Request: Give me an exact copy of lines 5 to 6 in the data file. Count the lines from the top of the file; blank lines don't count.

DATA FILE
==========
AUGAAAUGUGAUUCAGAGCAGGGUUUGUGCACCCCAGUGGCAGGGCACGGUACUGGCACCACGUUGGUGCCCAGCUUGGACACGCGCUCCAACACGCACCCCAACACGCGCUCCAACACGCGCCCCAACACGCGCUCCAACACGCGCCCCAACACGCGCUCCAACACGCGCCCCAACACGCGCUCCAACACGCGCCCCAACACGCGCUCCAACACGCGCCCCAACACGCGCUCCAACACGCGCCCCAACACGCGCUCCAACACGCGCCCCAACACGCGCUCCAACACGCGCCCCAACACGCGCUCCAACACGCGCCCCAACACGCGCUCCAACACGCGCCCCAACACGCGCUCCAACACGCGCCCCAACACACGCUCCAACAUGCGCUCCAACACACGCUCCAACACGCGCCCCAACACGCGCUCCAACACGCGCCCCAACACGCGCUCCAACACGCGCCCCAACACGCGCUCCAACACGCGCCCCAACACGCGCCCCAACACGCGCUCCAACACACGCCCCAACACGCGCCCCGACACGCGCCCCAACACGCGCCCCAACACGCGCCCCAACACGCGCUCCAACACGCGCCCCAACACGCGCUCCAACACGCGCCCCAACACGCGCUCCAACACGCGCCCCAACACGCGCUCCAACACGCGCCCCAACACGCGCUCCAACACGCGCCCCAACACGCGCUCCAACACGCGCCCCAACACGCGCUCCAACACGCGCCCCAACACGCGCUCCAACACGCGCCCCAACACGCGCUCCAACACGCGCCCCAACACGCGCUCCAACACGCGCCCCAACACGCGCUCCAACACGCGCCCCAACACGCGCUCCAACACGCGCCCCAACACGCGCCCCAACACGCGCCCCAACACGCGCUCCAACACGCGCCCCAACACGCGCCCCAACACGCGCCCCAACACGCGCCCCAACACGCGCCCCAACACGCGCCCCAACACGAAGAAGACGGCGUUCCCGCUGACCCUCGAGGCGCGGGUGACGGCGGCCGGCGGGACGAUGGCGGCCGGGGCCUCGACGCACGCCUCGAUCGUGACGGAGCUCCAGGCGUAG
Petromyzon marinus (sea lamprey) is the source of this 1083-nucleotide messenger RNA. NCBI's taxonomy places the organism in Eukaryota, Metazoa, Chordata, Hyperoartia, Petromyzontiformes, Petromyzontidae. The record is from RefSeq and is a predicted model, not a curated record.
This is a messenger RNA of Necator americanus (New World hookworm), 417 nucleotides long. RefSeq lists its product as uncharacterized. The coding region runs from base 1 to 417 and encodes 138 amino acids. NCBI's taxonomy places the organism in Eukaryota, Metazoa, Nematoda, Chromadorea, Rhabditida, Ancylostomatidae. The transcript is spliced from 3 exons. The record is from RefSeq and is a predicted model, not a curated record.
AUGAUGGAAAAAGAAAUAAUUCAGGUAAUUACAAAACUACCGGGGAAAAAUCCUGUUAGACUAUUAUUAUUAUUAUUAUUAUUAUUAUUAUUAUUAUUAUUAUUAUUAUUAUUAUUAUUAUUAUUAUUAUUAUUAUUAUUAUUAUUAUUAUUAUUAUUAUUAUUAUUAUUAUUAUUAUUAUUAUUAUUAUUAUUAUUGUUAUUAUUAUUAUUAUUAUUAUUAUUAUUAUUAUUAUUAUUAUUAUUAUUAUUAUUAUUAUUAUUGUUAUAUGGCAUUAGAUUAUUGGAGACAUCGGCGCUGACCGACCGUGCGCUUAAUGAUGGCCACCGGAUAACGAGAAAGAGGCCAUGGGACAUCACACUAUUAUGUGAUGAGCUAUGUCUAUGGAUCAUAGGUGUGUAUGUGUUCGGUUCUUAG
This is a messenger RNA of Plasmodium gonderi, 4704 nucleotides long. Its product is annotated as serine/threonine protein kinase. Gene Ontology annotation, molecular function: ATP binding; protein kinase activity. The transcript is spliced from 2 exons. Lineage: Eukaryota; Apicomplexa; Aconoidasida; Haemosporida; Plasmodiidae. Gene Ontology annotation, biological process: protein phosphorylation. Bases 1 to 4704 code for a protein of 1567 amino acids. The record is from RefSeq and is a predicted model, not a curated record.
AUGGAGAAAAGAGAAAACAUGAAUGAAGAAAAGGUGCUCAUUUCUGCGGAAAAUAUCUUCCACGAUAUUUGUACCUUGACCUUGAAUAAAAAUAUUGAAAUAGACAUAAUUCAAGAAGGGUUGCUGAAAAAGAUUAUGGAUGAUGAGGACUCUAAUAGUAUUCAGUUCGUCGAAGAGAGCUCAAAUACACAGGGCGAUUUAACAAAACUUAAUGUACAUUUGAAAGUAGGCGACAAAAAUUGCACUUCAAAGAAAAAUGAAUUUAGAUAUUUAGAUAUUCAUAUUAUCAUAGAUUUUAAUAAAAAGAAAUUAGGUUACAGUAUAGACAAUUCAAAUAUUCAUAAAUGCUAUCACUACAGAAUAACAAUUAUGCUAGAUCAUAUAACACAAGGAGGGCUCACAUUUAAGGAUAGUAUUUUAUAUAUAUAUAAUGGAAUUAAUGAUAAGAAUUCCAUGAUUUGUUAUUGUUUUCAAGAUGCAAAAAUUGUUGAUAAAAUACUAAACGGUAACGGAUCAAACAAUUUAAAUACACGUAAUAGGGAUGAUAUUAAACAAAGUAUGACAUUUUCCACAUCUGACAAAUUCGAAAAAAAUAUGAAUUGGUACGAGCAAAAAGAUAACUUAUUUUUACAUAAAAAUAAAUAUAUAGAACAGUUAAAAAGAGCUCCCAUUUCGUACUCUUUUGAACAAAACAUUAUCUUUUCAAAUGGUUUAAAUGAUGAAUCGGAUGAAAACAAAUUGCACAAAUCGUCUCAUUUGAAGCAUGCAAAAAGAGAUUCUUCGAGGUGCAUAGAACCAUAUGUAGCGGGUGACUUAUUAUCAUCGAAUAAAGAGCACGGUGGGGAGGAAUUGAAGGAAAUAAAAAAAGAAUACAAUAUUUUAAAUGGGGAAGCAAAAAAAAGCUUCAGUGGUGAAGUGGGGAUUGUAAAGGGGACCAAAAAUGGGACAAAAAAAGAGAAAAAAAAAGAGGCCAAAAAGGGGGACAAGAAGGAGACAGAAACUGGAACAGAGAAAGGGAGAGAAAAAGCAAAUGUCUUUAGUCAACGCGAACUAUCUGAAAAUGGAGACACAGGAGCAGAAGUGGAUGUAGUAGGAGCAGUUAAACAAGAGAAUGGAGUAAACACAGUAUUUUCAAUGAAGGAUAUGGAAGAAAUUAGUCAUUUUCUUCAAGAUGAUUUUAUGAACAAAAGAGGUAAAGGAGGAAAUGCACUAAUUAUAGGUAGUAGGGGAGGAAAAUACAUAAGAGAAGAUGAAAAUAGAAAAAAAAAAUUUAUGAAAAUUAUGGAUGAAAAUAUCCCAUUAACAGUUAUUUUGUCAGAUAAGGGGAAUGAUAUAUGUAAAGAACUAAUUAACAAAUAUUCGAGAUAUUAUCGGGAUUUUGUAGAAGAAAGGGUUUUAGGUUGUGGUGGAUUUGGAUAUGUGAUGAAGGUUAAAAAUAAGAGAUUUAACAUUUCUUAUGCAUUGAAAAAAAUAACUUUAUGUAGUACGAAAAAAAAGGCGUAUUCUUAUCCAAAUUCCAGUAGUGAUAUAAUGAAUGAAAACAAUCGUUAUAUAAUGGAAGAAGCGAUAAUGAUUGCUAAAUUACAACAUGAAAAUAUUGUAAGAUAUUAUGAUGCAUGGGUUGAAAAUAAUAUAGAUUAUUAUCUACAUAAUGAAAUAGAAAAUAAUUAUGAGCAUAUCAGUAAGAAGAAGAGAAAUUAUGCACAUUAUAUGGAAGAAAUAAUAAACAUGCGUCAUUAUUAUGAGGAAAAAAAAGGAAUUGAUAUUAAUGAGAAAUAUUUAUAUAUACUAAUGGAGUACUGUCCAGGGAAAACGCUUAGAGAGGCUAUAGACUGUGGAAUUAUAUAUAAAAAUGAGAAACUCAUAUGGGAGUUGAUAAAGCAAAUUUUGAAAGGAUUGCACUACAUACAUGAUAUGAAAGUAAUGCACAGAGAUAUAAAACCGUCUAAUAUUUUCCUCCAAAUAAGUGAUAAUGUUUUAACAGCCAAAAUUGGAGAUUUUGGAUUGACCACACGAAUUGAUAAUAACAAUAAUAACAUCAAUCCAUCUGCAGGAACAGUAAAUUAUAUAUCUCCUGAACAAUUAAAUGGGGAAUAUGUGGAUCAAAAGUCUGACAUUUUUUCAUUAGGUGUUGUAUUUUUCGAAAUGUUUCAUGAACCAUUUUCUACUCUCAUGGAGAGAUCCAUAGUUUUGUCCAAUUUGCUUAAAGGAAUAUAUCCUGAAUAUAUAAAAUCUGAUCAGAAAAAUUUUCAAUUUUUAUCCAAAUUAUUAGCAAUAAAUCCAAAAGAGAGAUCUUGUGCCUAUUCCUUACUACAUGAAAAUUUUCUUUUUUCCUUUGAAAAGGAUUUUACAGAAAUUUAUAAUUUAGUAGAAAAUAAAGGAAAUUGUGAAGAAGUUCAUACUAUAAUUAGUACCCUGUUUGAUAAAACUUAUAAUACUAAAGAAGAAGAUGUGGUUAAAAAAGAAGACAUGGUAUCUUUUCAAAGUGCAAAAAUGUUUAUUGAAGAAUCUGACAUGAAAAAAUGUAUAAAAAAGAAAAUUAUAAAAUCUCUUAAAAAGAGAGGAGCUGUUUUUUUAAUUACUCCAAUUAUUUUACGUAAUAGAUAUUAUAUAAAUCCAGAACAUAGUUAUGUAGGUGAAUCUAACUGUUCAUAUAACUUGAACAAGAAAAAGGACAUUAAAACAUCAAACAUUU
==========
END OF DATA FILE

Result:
This is a messenger RNA of Plasmodium gonderi, 4704 nucleotides long. Its product is annotated as serine/threonine protein kinase. Gene Ontology annotation, molecular function: ATP binding; protein kinase activity. The transcript is spliced from 2 exons. Lineage: Eukaryota; Apicomplexa; Aconoidasida; Haemosporida; Plasmodiidae. Gene Ontology annotation, biological process: protein phosphorylation. Bases 1 to 4704 code for a protein of 1567 amino acids. The record is from RefSeq and is a predicted model, not a curated record.
AUGGAGAAAAGAGAAAACAUGAAUGAAGAAAAGGUGCUCAUUUCUGCGGAAAAUAUCUUCCACGAUAUUUGUACCUUGACCUUGAAUAAAAAUAUUGAAAUAGACAUAAUUCAAGAAGGGUUGCUGAAAAAGAUUAUGGAUGAUGAGGACUCUAAUAGUAUUCAGUUCGUCGAAGAGAGCUCAAAUACACAGGGCGAUUUAACAAAACUUAAUGUACAUUUGAAAGUAGGCGACAAAAAUUGCACUUCAAAGAAAAAUGAAUUUAGAUAUUUAGAUAUUCAUAUUAUCAUAGAUUUUAAUAAAAAGAAAUUAGGUUACAGUAUAGACAAUUCAAAUAUUCAUAAAUGCUAUCACUACAGAAUAACAAUUAUGCUAGAUCAUAUAACACAAGGAGGGCUCACAUUUAAGGAUAGUAUUUUAUAUAUAUAUAAUGGAAUUAAUGAUAAGAAUUCCAUGAUUUGUUAUUGUUUUCAAGAUGCAAAAAUUGUUGAUAAAAUACUAAACGGUAACGGAUCAAACAAUUUAAAUACACGUAAUAGGGAUGAUAUUAAACAAAGUAUGACAUUUUCCACAUCUGACAAAUUCGAAAAAAAUAUGAAUUGGUACGAGCAAAAAGAUAACUUAUUUUUACAUAAAAAUAAAUAUAUAGAACAGUUAAAAAGAGCUCCCAUUUCGUACUCUUUUGAACAAAACAUUAUCUUUUCAAAUGGUUUAAAUGAUGAAUCGGAUGAAAACAAAUUGCACAAAUCGUCUCAUUUGAAGCAUGCAAAAAGAGAUUCUUCGAGGUGCAUAGAACCAUAUGUAGCGGGUGACUUAUUAUCAUCGAAUAAAGAGCACGGUGGGGAGGAAUUGAAGGAAAUAAAAAAAGAAUACAAUAUUUUAAAUGGGGAAGCAAAAAAAAGCUUCAGUGGUGAAGUGGGGAUUGUAAAGGGGACCAAAAAUGGGACAAAAAAAGAGAAAAAAAAAGAGGCCAAAAAGGGGGACAAGAAGGAGACAGAAACUGGAACAGAGAAAGGGAGAGAAAAAGCAAAUGUCUUUAGUCAACGCGAACUAUCUGAAAAUGGAGACACAGGAGCAGAAGUGGAUGUAGUAGGAGCAGUUAAACAAGAGAAUGGAGUAAACACAGUAUUUUCAAUGAAGGAUAUGGAAGAAAUUAGUCAUUUUCUUCAAGAUGAUUUUAUGAACAAAAGAGGUAAAGGAGGAAAUGCACUAAUUAUAGGUAGUAGGGGAGGAAAAUACAUAAGAGAAGAUGAAAAUAGAAAAAAAAAAUUUAUGAAAAUUAUGGAUGAAAAUAUCCCAUUAACAGUUAUUUUGUCAGAUAAGGGGAAUGAUAUAUGUAAAGAACUAAUUAACAAAUAUUCGAGAUAUUAUCGGGAUUUUGUAGAAGAAAGGGUUUUAGGUUGUGGUGGAUUUGGAUAUGUGAUGAAGGUUAAAAAUAAGAGAUUUAACAUUUCUUAUGCAUUGAAAAAAAUAACUUUAUGUAGUACGAAAAAAAAGGCGUAUUCUUAUCCAAAUUCCAGUAGUGAUAUAAUGAAUGAAAACAAUCGUUAUAUAAUGGAAGAAGCGAUAAUGAUUGCUAAAUUACAACAUGAAAAUAUUGUAAGAUAUUAUGAUGCAUGGGUUGAAAAUAAUAUAGAUUAUUAUCUACAUAAUGAAAUAGAAAAUAAUUAUGAGCAUAUCAGUAAGAAGAAGAGAAAUUAUGCACAUUAUAUGGAAGAAAUAAUAAACAUGCGUCAUUAUUAUGAGGAAAAAAAAGGAAUUGAUAUUAAUGAGAAAUAUUUAUAUAUACUAAUGGAGUACUGUCCAGGGAAAACGCUUAGAGAGGCUAUAGACUGUGGAAUUAUAUAUAAAAAUGAGAAACUCAUAUGGGAGUUGAUAAAGCAAAUUUUGAAAGGAUUGCACUACAUACAUGAUAUGAAAGUAAUGCACAGAGAUAUAAAACCGUCUAAUAUUUUCCUCCAAAUAAGUGAUAAUGUUUUAACAGCCAAAAUUGGAGAUUUUGGAUUGACCACACGAAUUGAUAAUAACAAUAAUAACAUCAAUCCAUCUGCAGGAACAGUAAAUUAUAUAUCUCCUGAACAAUUAAAUGGGGAAUAUGUGGAUCAAAAGUCUGACAUUUUUUCAUUAGGUGUUGUAUUUUUCGAAAUGUUUCAUGAACCAUUUUCUACUCUCAUGGAGAGAUCCAUAGUUUUGUCCAAUUUGCUUAAAGGAAUAUAUCCUGAAUAUAUAAAAUCUGAUCAGAAAAAUUUUCAAUUUUUAUCCAAAUUAUUAGCAAUAAAUCCAAAAGAGAGAUCUUGUGCCUAUUCCUUACUACAUGAAAAUUUUCUUUUUUCCUUUGAAAAGGAUUUUACAGAAAUUUAUAAUUUAGUAGAAAAUAAAGGAAAUUGUGAAGAAGUUCAUACUAUAAUUAGUACCCUGUUUGAUAAAACUUAUAAUACUAAAGAAGAAGAUGUGGUUAAAAAAGAAGACAUGGUAUCUUUUCAAAGUGCAAAAAUGUUUAUUGAAGAAUCUGACAUGAAAAAAUGUAUAAAAAAGAAAAUUAUAAAAUCUCUUAAAAAGAGAGGAGCUGUUUUUUUAAUUACUCCAAUUAUUUUACGUAAUAGAUAUUAUAUAAAUCCAGAACAUAGUUAUGUAGGUGAAUCUAACUGUUCAUAUAACUUGAACAAGAAAAAGGACAUUAAAACAUCAAACAUUU